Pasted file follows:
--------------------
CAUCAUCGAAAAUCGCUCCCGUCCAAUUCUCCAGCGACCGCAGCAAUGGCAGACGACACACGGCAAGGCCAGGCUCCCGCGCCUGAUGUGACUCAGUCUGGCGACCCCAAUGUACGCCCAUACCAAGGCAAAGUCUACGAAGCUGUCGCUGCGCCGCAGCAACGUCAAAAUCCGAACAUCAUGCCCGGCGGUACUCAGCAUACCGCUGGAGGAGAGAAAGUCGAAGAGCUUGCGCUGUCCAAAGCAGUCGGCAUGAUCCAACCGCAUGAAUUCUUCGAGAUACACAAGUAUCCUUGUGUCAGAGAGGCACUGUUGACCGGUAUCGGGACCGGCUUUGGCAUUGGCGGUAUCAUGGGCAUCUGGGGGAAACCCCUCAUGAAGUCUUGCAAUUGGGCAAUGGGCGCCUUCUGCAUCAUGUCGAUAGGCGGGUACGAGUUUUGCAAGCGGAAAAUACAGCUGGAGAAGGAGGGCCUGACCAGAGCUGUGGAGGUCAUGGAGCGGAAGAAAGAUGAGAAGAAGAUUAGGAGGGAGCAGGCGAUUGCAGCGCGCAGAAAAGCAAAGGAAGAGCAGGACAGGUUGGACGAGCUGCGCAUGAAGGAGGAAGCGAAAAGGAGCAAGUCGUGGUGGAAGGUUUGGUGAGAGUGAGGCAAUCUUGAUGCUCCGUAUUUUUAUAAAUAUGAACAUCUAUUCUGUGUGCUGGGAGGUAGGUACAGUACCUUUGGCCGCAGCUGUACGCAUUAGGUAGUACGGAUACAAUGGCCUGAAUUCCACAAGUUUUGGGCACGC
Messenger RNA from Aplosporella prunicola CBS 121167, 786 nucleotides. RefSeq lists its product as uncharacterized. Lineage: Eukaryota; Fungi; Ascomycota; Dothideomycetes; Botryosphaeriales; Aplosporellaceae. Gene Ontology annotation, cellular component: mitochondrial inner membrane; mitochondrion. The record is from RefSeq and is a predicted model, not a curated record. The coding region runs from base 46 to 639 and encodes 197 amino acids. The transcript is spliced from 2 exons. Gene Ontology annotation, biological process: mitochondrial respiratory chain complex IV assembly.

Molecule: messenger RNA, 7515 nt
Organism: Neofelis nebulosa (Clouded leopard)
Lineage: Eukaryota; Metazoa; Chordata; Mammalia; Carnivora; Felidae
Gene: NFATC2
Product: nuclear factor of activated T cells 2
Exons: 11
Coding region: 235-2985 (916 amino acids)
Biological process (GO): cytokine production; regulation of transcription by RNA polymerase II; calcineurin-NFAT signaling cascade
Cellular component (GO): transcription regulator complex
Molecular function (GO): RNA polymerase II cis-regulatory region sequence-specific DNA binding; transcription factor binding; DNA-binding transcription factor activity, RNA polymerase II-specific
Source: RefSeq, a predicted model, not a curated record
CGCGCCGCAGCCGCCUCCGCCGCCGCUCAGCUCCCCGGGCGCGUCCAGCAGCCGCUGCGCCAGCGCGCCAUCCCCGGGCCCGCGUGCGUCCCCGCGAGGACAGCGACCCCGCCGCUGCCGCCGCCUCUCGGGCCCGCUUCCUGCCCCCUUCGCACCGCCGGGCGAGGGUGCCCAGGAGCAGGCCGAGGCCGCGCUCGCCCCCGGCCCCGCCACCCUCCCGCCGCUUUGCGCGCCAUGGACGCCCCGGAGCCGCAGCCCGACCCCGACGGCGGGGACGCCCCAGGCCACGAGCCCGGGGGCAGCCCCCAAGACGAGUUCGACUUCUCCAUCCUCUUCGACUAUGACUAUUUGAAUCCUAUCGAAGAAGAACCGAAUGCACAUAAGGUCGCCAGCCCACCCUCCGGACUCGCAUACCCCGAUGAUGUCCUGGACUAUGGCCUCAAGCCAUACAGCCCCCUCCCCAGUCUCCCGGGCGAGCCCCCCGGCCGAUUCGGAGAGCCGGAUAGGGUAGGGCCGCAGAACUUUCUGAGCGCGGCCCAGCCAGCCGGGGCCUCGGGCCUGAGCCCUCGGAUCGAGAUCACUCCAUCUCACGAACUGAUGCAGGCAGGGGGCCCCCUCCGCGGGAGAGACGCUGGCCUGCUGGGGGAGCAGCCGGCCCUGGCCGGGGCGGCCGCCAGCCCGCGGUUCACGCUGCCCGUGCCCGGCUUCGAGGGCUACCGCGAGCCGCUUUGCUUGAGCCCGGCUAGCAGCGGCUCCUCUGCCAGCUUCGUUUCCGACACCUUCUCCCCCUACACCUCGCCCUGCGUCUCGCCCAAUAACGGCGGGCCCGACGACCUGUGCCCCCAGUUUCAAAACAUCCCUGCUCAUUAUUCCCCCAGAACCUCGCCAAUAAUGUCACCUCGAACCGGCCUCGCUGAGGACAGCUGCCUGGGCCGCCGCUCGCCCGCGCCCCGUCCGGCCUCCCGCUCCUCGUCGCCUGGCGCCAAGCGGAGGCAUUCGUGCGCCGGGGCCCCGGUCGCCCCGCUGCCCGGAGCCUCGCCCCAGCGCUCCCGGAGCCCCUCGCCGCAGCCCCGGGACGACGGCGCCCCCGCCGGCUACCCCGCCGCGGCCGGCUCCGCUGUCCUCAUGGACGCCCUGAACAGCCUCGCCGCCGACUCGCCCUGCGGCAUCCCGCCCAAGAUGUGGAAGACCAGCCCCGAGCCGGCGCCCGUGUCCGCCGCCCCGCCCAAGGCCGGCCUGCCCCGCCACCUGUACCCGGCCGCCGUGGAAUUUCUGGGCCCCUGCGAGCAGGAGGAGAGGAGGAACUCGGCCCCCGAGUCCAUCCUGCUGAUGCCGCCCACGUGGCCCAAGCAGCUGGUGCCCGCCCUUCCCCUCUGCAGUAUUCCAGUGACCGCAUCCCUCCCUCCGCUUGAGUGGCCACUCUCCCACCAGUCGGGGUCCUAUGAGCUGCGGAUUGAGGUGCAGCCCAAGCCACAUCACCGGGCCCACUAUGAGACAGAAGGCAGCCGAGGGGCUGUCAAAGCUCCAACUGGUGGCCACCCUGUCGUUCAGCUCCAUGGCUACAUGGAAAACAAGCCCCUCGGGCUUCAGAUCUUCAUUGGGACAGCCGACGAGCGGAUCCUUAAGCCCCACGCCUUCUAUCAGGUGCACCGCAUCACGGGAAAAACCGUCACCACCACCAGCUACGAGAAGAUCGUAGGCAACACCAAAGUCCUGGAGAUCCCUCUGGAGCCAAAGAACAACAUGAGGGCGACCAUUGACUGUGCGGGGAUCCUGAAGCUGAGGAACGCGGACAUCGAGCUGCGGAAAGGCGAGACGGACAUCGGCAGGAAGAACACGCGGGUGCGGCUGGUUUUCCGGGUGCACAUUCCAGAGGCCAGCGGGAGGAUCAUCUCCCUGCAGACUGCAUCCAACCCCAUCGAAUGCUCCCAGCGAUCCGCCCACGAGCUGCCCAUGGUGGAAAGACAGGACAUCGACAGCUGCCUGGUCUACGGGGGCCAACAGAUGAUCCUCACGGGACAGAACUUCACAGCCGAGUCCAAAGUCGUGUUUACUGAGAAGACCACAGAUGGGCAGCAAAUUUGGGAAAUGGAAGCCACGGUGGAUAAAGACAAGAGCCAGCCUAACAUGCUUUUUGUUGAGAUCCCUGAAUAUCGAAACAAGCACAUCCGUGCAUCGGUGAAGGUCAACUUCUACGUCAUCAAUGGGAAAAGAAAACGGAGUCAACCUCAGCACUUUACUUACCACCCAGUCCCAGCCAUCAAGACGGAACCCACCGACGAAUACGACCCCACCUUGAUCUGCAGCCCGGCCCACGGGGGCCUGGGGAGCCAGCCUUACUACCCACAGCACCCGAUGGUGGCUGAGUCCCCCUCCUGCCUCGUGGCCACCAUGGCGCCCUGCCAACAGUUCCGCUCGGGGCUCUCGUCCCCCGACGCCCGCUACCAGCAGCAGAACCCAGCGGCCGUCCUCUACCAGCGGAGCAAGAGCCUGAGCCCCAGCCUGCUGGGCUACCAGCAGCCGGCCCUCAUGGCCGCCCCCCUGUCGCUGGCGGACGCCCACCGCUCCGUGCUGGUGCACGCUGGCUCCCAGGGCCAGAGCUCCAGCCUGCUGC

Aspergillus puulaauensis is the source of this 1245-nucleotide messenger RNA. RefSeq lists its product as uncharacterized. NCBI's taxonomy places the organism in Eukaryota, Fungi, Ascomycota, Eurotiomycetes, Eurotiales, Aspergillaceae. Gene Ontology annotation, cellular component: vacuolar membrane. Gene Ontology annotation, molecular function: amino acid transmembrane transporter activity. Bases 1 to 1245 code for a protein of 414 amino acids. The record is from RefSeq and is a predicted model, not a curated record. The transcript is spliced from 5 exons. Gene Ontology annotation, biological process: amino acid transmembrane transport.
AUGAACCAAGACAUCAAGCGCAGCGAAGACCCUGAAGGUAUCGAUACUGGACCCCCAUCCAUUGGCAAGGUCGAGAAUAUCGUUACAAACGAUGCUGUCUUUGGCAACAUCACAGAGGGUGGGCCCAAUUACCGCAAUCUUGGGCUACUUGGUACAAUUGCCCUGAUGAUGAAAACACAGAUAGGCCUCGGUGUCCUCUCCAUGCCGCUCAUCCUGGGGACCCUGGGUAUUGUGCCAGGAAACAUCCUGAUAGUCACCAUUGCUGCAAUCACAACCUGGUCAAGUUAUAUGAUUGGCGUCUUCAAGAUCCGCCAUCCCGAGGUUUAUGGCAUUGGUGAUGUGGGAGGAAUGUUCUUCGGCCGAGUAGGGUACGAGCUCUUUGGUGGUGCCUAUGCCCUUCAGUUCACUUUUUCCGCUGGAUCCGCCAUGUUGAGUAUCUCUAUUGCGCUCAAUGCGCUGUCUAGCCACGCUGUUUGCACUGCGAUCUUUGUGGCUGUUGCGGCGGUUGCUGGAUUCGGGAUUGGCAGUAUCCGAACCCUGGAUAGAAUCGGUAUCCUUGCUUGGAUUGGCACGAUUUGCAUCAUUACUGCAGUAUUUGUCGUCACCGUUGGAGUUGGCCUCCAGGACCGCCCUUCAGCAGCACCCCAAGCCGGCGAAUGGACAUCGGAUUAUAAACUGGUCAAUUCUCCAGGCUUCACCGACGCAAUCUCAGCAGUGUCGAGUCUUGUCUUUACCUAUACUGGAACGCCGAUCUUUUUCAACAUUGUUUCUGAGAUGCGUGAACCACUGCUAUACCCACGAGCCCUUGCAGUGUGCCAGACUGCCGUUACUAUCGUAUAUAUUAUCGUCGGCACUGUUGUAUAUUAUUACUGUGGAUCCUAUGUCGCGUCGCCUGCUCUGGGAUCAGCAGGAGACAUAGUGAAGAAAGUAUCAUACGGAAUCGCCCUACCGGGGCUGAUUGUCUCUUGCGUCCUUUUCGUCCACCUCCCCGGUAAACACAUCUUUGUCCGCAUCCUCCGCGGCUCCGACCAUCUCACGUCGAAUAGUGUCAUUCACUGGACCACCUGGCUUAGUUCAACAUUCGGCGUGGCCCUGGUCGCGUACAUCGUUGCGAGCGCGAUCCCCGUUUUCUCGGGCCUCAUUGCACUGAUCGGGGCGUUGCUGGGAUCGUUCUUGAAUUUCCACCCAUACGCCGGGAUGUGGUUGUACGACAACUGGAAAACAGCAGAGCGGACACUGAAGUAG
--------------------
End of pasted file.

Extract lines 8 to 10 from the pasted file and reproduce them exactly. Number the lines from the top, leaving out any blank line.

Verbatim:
Exons: 11
Coding region: 235-2985 (916 amino acids)
Biological process (GO): cytokine production; regulation of transcription by RNA polymerase II; calcineurin-NFAT signaling cascade